Tom Numelin in CA had that same thing recently and it was just a case of the oil pump losing its prime. The scenario is similar - draining the oil hot - then waiting some time before adding oil and starting the engine. I think if your friend gets some oil in there with a pump or whatever means it will be fine. On Cubs, they just used to raise the tail up high with the engine idling and the oil pressure would come up. To pre oil the system you can try removing an oil galley plug at the front of the case. (a brass hex headed plug about a 3/4" wrench size I believe, maybe 13/16" ) It should be safety wired. Then pump oil in. You can try just using a pistol oiler. If that doesn't work use some other type of pump. Hardware stores have relatively cheap plastic rotary pumps meant for pumping water. I used to have a car power steering pump adapted for preoiling aircraft engines after overhaul. It was mounted on a board and driven by an electric motor via a V belt. (I would think you wouldn't have to be so elaborate.) You just want to get oil in there and prime the pump. This can be avoided in the future by not draining the oil hot and by running the engine right away after changing oil.-- Jim

Subj: Zero Oil Press
From: Tom Numelin <>|
Since Ed's friend has a problem similar to mine, I thought I would share what I found when I pulled the accessory case, which is essentially nothing. Everything looked normal. The lower gear had worn into the accessory case housing by maybe .003" or .004" (photo attached), but that was the only thing we could find. It seems to me that the pump will loose prime every time the oil is changed. The pickup passage from the sump is really big and I don't see how it could retain oil once the pickup tube opening into the sump is uncovered. But gear pumps are supposed to be able to pull a lot of suction (20' of water for some general purpose pumps) so it should be no problem to lift that oil. And judging from my dip stick, it would seem that the normal oil level in the sump is only a couple of inches below the gear pump. So it's all a big mystery. We will put the engine back together and go fly. I would be curious if the Cessna 150 is using a "sea plane adapter" to hook up the oil filter. I am suspicious that it was somehow involved in my problems, and since these type adapters are relatively rare, it could explain why no one else has ever had the problem. A good Mechanical Engineer could probably come up with some scenarios. By the way, I found that the best way to prime the pump was to take the inlet hose off the oil filter and pump a bunch of oil back down into the engine that way. There is no where the oil can go except back through the pump. Whether that would work for Ed's friend is unknown since there are a number of different ways to plumb a filter. -- Tom Numelin Swift 80671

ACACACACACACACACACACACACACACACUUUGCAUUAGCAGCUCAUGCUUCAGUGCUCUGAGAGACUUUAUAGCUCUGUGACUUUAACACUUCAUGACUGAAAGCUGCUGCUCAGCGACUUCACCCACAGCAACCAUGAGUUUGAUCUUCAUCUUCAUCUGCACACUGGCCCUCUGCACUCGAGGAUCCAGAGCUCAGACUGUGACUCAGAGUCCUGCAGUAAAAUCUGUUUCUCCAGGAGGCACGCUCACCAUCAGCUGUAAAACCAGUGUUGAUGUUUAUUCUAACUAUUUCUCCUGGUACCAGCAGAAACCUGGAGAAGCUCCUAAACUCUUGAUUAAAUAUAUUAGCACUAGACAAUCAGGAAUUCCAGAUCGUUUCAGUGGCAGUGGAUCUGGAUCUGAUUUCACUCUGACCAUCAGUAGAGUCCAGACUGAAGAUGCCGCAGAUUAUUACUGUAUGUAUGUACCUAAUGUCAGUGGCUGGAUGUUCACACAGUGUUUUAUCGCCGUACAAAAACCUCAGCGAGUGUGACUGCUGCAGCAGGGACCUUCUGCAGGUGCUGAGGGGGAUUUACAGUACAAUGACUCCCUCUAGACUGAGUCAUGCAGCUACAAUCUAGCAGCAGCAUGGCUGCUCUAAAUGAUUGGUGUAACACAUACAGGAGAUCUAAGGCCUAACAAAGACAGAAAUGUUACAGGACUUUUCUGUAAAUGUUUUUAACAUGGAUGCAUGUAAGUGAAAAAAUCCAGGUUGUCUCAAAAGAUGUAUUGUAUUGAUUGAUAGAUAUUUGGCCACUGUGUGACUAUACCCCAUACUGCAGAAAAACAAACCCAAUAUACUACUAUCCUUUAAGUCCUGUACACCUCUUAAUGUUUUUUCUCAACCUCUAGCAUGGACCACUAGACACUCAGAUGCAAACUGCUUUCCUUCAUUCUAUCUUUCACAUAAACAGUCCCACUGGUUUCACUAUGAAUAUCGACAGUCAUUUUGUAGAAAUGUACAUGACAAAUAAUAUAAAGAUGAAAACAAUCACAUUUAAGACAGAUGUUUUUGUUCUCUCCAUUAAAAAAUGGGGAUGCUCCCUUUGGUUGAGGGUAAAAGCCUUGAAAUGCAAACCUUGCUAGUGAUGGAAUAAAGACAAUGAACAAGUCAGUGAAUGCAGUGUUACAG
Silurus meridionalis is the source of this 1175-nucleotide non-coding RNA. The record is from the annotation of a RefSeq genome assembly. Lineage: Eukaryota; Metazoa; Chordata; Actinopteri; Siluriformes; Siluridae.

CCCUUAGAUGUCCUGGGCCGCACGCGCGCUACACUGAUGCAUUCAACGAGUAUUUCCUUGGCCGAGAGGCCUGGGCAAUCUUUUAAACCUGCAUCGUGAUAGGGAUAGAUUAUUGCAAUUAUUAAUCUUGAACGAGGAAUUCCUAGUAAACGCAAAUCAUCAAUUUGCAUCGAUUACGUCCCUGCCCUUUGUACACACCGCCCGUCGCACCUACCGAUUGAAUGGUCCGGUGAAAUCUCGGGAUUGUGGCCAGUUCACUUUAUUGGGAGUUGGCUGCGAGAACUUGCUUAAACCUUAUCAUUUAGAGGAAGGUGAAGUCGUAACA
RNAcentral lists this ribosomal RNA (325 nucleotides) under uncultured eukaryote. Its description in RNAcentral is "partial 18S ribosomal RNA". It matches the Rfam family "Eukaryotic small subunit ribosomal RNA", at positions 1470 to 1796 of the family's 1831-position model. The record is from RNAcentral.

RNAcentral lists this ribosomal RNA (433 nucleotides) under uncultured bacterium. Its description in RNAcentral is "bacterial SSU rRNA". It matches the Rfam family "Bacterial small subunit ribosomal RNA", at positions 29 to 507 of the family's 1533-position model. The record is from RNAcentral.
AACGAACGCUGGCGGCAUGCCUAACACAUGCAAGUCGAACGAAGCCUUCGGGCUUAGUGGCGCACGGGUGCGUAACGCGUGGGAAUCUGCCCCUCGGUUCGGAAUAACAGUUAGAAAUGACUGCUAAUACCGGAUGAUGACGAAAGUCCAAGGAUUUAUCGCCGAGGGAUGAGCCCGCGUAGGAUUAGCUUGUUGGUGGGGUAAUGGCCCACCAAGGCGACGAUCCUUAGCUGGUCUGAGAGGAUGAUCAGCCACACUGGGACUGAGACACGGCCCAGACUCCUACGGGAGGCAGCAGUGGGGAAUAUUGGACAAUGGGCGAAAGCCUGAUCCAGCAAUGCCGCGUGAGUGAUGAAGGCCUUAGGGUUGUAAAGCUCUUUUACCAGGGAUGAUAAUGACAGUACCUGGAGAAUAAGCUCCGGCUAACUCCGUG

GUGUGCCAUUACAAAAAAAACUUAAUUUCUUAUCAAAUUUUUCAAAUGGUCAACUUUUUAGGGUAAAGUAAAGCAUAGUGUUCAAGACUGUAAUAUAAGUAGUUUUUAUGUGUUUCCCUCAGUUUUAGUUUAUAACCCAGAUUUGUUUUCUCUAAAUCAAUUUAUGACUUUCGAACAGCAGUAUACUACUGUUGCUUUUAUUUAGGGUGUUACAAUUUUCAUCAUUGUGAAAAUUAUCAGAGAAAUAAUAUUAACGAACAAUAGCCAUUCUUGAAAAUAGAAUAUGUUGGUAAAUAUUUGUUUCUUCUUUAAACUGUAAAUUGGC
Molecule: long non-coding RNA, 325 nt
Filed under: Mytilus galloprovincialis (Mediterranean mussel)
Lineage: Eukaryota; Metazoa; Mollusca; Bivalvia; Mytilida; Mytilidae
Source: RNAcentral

Subj: zero oil press
From: Ed Clegg <>
Hi guys. I had my friend pull his sump in order to check the screen. He did and it was clean. So I placed the pick up tube in a qt of oil, seal it with tape and squeezed as he turned the engine with the starter. Oil came out of the press gage port. He replaced the sump , started it up and had normal press. He is happy as you know what and I , well you should have seen his smile. Thanks for the support, it's nice having friends out there. Ed Clegg

From: Todd Warnock <>
Subject: Re: August #4 GTS Internet Update
The article about the zero oil pressure. I use to lift both my taylorcraft BC12D and Luscome's tail up and it worked to get the oil pressure up just as you mentioned in the old cubs.

O-300 OIL COOLER??? (DEC 03)
Subj: external oil cooler for a Continental O300 C?
From: Barry Sanrford <>
Hi, Monty
My partners and I are doing our first major overhaul and we're sending the crankcase to a machinist to have him inspect it...we'd like to put a direct mount oil cooler on it; get some holes drilled and tapped into the oil passages...the machinist thought there might be some diagrams for where to set to ever hear of such a thing? Thanks. Barry Sanrford >>

Are you talking certified airplane? If so, forget it. You are talking a serious engineering project here. It would not be so hard to duplicate the oil plumbing of a TCM IO-360 but proving it to the FAA would be another matter. There are add on oil filters STCed and available and a larger-than-standard oil cooler can be fitted. -- Jim

Subj: question on Harrison oil cooler
From: David Bentley <>
I have a Harrison AP10 AU10-02 Oil cooler, SCM 1214921130 installed in 1992. What is the life expectancy of this unit?

Darned if I know. I have a Harrison Model 3875 Oil cooler on my Swift, which was installed by the factory in 1950. (54 years ago next February) It still works. -- Jim